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Feature selection is the task of choosing a small set out of a given set of features that capture the relevant properties of the data. In the context of supervised classification problems the relevance is determined by the given labels on the training data. A good choice of features is a key for building compact and accurate classifiers. In this paper we(More)
Prototypes based algorithms are commonly used to reduce the computational complexity of Nearest-Neighbour (NN) classifiers. In this paper we discuss theoretical and algorithmical aspects of such algorithms. On the theory side, we present margin based generalization bounds that suggest that these kinds of classifiers can be more accurate then the 1-NN rule.(More)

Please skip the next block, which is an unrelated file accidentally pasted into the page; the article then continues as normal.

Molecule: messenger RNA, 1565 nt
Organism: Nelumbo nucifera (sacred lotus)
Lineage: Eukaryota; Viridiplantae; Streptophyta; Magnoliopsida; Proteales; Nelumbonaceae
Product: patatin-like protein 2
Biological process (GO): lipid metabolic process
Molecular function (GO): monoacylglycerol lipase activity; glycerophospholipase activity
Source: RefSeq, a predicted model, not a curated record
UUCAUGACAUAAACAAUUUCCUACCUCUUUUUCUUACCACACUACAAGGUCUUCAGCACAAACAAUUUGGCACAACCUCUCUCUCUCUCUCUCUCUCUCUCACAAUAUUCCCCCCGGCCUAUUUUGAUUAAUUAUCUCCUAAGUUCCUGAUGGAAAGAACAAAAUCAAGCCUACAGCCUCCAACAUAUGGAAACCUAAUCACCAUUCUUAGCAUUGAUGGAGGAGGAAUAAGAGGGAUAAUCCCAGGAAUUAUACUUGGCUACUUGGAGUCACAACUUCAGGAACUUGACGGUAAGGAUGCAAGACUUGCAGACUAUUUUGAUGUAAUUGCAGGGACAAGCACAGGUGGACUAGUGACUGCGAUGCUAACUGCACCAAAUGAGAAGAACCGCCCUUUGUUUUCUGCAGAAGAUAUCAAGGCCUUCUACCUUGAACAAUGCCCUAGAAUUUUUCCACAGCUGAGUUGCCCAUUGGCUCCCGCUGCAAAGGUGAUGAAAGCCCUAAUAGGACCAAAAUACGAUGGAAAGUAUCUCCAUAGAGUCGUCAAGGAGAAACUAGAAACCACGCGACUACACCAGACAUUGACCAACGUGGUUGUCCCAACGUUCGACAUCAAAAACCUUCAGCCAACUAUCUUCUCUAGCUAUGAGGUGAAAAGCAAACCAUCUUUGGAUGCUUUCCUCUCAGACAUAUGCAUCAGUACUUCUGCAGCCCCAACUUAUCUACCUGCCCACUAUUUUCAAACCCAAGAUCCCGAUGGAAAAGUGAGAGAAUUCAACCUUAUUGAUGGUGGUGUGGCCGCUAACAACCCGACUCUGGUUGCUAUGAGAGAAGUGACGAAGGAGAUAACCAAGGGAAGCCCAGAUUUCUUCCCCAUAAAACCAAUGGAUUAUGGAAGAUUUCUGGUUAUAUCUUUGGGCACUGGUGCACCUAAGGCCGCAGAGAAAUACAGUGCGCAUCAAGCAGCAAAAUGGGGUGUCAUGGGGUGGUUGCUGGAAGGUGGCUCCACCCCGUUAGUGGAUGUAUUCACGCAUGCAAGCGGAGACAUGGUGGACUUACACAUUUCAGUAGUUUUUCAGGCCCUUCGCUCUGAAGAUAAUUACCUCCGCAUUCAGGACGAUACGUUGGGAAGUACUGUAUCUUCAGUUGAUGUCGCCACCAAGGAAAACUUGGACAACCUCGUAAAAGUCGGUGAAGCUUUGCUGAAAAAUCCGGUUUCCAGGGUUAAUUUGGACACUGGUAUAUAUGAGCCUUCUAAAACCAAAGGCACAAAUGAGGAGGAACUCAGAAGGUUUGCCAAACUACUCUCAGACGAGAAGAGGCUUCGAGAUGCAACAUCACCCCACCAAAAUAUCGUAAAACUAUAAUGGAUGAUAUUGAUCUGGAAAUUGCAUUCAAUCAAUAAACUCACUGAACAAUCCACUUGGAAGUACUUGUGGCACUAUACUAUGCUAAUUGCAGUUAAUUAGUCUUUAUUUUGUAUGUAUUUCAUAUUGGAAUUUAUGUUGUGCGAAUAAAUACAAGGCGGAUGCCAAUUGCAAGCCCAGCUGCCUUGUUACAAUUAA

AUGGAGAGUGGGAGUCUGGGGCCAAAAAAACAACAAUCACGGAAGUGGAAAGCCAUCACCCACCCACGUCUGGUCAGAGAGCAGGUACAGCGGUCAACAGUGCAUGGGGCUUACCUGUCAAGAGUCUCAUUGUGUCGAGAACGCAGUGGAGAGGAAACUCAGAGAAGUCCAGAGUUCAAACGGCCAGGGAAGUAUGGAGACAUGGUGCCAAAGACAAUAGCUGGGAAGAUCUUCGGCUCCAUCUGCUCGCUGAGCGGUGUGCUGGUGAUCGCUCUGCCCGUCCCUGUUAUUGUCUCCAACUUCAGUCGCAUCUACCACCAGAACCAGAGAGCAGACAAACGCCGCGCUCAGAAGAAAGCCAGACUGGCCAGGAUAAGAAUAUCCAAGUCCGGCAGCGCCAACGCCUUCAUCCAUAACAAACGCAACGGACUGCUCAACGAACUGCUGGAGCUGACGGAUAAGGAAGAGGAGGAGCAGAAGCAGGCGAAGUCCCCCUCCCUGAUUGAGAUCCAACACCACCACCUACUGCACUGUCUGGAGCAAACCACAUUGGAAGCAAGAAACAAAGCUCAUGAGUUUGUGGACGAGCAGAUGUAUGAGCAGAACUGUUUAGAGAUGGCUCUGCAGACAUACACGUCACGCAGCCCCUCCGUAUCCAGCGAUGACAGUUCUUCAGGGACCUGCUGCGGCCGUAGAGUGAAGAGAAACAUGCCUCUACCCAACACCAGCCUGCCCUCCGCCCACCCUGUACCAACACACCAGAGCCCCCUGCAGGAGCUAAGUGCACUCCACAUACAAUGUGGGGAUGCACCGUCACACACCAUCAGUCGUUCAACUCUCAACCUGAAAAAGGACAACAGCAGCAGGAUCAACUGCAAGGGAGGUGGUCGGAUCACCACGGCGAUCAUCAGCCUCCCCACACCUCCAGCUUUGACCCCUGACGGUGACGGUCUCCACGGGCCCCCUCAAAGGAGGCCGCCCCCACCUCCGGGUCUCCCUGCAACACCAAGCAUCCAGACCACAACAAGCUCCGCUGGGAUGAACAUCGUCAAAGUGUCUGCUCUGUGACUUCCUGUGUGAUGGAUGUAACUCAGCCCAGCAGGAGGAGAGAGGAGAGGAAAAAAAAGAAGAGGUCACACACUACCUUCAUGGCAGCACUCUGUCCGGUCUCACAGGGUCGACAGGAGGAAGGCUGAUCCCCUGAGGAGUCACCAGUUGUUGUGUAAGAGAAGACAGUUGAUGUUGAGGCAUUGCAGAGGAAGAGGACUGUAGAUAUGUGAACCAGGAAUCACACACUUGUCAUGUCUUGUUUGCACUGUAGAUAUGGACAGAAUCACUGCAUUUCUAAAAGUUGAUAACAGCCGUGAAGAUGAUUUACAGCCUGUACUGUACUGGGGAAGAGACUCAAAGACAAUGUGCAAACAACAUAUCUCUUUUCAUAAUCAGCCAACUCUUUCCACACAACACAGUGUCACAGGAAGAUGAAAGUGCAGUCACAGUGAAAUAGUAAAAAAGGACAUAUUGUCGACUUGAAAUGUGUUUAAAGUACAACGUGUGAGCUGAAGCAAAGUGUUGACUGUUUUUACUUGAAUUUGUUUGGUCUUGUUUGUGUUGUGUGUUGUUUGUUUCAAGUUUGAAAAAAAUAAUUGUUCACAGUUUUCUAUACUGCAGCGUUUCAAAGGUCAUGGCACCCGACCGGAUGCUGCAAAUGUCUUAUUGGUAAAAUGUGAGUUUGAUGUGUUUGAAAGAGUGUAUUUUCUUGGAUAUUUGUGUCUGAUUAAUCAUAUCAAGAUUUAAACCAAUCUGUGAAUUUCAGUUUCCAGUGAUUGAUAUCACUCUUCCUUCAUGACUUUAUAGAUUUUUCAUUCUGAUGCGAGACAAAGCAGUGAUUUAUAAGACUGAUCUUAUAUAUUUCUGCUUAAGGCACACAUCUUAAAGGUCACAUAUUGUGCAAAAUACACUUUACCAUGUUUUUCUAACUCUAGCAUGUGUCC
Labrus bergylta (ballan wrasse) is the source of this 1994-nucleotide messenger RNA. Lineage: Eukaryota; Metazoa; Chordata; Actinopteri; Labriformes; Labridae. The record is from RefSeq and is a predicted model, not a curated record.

We present a non-linear, simple, yet effective, feature subset selection method for regression and use it in analyzing cortical neural activity. Our algorithm involves a feature-weighted version of the k-nearest-neighbor algorithm. It is able to capture complex dependency of the target function on its input and makes use of the leave-one-out error as a(More)
A fundamental question in learning theory is the quantifi-cation of the basic tradeoff between the complexity of a model and its predictive accuracy. One valid way of quantifying this tradeoff, known as the " Information Bottleneck " , is to measure both the complexity of the model and its prediction accuracy by using Shannon's mutual information. In this(More)
Feature selection is the task of choosing a small subset of features that is sufficient to predict the target labels well. Here, instead of trying to directly determine which features are better, we attempt to learn the properties of good features. For this purpose we assume that each feature is represented by a set of properties, referred to as(More)
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